Taste is the top reason (52%) US consumers choose to eat plant-based proteins, outranking concerns over diet (10%), animal protection (11%), the environment (13%) and even health (39%), according to new research from Mintel.
Perceived health benefits are also said to be on consumers’ minds as nearly half (46%) of Americans agree that plant-based proteins are better for you than animal-based options, and three quarters (76%) say plant-based foods are healthy.
Whether a desire to avoid processed foods (39%), manage weight (31%) or promote muscle growth (16%), many plant-based protein consumers are motivated by maintaining or improving their health and well-being.
Non-GMO claims in particular are driving innovation in the category, as US launches of foods and beverages with plant-based proteins surge in recent years, according to Mintel’s Global New Products Database.
The news comes days after a coalition of 57 investors urged global food companies to diversify their protein sourcing away from a reliance on animal proteins.
Billy Roberts, senior food and drink analyst at Mintel, said: “Americans are more and more avoiding food products with artificial ingredients and GMOs, and vegetarian, vegan and free-from foods have grown to be regarded as healthier options.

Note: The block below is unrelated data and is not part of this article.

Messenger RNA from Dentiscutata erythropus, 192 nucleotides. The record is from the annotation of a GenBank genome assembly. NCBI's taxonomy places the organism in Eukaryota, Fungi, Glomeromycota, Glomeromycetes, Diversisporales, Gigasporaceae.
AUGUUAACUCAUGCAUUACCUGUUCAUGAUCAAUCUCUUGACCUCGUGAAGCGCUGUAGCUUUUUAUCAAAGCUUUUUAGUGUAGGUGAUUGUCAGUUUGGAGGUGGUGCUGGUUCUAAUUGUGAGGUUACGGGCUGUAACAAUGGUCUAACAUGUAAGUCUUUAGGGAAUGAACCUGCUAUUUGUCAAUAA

“Despite the fact that health attributes, particularly free-from, factor strongly in consumer decisions when purchasing plant-based proteins, at the end of the day, taste is the driving force behind purchase and eating decisions.
“While overall consumption of plant-based proteins remains low, these products benefit from a generally healthy reputation both for consumers’ diets and for the environment, and growing consumer interest in better-for-you lifestyles will continue to drive interest in the category.”
While healthy and functional attributes are of interest to consumers, with less than half (46%) of Americans saying they trust the functional claims made by plant-based foods, Mintel says there is an opportunity for brands to further communicate the benefits. In fact, seven in ten (71%) Americans agree that brands should provide more information about product/ingredient origin on packaging.
Nearly two thirds (64%) of Americans aged 18-34 agree that plant-based foods are more expensive than others, compared to 57% of consumers overall. However, some brands may be worth the price as almost half (47%) of those aged 18-34 say brand name is important when buying plant-based foods, compared to 40% of consumers overall.
Roberts added: “Faux meat has come a long way in terms of both innovation and consumer acceptance, with meatless, ‘bleeding’ burgers and lab-grown chicken found on menus and in grocery store aisles across the country. The majority of consumers look for plant-based proteins in meat, cheese and milk, which suggests that alternative meats and dairy products will find appeal, resulting in increased consumption.
“Additionally, a value-oriented plant-based protein may resonate well with members of the igeneration, millennials and younger members of generation x, as these consumers are more likely to say plant-based proteins are too expensive. Thus, major brands’ involvement in the category could bode well for the category as a whole.”